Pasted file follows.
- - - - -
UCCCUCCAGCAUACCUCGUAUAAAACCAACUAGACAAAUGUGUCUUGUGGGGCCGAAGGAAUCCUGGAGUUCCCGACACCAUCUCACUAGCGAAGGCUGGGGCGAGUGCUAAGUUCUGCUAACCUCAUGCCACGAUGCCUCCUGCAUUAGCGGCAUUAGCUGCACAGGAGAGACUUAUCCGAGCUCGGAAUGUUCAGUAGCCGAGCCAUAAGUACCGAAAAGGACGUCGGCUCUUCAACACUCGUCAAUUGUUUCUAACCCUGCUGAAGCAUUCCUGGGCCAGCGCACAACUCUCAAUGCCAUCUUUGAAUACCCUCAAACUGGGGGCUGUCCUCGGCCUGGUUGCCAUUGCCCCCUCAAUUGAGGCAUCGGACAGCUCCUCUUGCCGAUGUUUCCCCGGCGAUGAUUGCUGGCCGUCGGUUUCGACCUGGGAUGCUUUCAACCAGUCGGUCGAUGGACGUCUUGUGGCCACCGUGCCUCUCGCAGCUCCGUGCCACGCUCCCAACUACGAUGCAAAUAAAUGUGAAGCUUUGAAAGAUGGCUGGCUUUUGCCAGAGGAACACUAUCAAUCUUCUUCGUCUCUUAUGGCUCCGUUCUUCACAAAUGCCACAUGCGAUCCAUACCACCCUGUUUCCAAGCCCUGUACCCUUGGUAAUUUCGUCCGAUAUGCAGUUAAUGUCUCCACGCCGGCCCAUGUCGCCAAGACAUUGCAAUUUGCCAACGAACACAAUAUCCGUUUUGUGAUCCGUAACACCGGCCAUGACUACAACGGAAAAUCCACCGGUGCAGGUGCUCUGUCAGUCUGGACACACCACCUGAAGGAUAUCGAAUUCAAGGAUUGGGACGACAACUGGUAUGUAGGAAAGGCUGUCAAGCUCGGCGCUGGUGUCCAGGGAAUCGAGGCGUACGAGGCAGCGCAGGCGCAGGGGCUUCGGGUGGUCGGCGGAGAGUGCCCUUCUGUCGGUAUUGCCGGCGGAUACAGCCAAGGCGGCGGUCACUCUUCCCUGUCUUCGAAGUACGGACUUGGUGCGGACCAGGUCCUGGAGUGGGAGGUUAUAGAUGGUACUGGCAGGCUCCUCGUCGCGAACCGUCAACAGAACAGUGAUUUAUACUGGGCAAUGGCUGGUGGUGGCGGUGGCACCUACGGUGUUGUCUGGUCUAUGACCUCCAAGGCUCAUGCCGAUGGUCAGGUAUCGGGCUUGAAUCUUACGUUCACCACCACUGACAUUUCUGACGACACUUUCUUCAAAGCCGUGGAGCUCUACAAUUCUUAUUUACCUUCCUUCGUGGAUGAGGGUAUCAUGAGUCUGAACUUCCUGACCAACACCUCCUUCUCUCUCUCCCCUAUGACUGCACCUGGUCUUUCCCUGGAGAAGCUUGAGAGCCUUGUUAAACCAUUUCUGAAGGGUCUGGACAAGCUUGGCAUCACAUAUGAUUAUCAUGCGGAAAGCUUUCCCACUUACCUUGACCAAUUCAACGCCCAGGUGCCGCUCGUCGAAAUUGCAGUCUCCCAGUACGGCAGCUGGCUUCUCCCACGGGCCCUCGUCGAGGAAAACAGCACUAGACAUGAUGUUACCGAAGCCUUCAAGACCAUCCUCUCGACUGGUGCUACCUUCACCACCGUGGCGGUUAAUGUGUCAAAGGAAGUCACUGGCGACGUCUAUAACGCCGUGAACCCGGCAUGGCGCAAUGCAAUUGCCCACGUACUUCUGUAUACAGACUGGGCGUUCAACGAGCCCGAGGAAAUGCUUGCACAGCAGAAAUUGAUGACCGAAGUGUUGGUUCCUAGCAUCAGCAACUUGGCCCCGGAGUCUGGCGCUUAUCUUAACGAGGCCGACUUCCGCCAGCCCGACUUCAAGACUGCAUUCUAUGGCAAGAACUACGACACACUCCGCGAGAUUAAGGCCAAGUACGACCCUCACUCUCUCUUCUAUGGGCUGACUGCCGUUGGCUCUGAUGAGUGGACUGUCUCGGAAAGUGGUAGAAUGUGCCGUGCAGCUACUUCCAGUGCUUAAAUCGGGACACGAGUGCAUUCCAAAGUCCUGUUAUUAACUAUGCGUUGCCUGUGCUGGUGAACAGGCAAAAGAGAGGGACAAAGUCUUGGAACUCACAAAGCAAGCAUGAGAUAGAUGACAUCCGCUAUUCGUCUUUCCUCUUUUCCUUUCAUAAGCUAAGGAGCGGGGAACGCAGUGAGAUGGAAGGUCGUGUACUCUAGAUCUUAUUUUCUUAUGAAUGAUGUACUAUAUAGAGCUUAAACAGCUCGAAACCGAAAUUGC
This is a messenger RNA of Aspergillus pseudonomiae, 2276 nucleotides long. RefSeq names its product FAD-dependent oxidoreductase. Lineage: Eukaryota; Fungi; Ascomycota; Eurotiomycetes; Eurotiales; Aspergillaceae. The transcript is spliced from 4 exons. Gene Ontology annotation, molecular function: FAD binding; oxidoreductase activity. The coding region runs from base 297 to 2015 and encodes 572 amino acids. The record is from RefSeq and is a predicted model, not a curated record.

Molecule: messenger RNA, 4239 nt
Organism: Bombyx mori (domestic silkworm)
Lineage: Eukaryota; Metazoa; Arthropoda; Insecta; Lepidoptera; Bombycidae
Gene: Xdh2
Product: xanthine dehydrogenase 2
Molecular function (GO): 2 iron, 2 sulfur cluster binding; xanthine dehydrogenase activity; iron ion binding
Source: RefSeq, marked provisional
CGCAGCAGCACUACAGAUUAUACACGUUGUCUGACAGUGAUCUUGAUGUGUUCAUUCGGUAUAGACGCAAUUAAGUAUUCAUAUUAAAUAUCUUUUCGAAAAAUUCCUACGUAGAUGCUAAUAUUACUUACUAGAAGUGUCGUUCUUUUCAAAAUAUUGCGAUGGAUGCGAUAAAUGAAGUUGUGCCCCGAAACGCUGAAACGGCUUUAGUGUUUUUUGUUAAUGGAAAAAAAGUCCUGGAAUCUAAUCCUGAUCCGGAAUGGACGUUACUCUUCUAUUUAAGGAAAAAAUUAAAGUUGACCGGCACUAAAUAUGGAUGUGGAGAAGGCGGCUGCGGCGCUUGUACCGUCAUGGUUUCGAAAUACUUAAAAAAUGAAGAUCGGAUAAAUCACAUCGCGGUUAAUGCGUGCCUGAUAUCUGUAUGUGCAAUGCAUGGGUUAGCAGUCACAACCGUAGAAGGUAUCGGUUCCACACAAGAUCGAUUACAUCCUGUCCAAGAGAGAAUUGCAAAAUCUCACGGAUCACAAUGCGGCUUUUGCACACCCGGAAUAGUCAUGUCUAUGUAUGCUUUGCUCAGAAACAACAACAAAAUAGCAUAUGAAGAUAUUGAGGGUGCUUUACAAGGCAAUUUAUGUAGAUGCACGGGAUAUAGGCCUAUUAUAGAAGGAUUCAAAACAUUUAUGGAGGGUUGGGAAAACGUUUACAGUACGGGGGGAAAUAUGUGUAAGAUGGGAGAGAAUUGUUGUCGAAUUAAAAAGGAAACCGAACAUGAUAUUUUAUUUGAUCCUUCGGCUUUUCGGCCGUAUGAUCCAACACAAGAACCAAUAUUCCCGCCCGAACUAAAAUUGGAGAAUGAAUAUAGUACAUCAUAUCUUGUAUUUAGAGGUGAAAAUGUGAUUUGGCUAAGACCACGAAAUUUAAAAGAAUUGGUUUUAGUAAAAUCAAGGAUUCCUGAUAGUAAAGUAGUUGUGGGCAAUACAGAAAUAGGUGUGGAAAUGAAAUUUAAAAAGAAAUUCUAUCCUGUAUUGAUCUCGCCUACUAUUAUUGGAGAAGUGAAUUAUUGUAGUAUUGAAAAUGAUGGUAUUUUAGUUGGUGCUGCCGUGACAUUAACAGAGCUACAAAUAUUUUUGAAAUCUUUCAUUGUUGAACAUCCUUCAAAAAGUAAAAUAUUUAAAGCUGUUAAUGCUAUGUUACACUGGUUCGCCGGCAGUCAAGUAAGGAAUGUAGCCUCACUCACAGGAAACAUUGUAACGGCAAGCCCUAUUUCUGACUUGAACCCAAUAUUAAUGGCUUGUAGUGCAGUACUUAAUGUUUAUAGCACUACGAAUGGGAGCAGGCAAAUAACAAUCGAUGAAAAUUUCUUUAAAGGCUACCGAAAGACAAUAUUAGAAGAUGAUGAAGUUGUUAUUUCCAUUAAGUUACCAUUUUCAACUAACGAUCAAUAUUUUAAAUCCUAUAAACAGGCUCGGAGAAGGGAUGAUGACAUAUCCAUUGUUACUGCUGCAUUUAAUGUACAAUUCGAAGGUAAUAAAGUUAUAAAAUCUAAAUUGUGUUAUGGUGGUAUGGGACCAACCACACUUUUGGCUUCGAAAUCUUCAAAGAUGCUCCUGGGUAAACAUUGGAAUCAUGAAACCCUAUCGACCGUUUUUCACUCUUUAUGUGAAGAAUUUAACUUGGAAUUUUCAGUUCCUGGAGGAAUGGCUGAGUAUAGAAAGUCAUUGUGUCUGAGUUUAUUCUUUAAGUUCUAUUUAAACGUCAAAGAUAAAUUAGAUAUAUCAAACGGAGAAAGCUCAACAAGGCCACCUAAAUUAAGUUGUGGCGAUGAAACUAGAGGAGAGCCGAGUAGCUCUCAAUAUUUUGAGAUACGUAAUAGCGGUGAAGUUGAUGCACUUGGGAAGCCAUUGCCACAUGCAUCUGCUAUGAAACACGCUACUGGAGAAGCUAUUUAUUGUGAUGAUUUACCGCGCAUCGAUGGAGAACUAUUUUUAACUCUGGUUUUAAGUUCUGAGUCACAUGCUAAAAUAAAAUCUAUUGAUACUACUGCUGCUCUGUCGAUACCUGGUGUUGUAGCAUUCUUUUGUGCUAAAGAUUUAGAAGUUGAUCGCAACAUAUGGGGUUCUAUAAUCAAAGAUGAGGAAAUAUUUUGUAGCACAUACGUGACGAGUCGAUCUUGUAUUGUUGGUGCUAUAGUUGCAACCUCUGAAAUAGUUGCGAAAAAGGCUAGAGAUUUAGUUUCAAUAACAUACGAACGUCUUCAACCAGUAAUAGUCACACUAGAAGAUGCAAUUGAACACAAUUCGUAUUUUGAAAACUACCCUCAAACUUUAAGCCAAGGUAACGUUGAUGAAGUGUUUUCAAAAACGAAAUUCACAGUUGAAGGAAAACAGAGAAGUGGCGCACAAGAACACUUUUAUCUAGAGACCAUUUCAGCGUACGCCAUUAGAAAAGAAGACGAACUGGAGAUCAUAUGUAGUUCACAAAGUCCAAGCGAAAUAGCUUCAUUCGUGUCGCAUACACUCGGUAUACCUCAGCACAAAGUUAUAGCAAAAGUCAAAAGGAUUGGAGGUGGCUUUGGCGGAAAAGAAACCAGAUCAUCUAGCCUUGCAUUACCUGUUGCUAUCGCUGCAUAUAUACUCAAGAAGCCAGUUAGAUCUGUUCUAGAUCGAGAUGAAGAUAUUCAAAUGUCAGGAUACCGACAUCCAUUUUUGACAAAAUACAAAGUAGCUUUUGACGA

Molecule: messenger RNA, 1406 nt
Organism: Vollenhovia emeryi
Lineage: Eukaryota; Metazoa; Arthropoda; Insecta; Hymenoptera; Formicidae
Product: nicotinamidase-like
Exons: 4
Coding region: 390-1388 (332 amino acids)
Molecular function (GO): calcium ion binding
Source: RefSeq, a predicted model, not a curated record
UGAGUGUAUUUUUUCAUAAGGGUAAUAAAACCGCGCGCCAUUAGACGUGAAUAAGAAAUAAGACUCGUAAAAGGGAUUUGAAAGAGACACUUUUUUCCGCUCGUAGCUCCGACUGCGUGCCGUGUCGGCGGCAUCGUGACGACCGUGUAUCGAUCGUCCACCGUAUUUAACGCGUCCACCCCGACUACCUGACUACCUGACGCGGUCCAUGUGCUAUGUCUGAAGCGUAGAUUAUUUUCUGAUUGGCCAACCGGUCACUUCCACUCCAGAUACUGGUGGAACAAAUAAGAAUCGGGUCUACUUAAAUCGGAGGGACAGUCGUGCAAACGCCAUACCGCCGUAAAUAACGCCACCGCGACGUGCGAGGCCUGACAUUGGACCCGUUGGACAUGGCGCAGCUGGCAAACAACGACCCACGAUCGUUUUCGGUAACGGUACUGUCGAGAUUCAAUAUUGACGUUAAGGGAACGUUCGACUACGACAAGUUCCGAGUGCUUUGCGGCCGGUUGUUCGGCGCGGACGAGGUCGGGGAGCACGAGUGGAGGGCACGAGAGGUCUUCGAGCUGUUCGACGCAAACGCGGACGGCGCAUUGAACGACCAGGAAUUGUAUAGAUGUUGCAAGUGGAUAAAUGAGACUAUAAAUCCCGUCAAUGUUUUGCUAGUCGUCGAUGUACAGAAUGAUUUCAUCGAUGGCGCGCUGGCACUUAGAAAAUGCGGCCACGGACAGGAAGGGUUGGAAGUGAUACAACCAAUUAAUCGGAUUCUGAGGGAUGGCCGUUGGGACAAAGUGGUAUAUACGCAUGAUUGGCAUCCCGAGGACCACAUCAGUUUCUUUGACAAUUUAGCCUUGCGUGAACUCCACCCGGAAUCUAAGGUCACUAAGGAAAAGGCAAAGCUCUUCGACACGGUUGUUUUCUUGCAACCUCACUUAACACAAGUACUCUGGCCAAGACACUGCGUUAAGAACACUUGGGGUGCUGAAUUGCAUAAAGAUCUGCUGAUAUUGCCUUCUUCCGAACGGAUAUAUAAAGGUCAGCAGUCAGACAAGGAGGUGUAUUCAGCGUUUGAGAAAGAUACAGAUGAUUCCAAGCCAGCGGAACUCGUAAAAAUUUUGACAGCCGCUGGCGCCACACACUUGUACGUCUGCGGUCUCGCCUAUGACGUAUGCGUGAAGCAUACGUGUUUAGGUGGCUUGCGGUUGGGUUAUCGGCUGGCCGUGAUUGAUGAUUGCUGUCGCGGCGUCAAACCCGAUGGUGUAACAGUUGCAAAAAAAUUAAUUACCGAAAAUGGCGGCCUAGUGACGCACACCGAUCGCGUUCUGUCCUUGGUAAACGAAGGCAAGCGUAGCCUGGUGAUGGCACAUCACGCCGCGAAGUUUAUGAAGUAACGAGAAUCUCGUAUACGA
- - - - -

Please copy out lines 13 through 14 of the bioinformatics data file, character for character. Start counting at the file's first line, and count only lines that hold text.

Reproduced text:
Lineage: Eukaryota; Metazoa; Arthropoda; Insecta; Hymenoptera; Formicidae
Product: nicotinamidase-like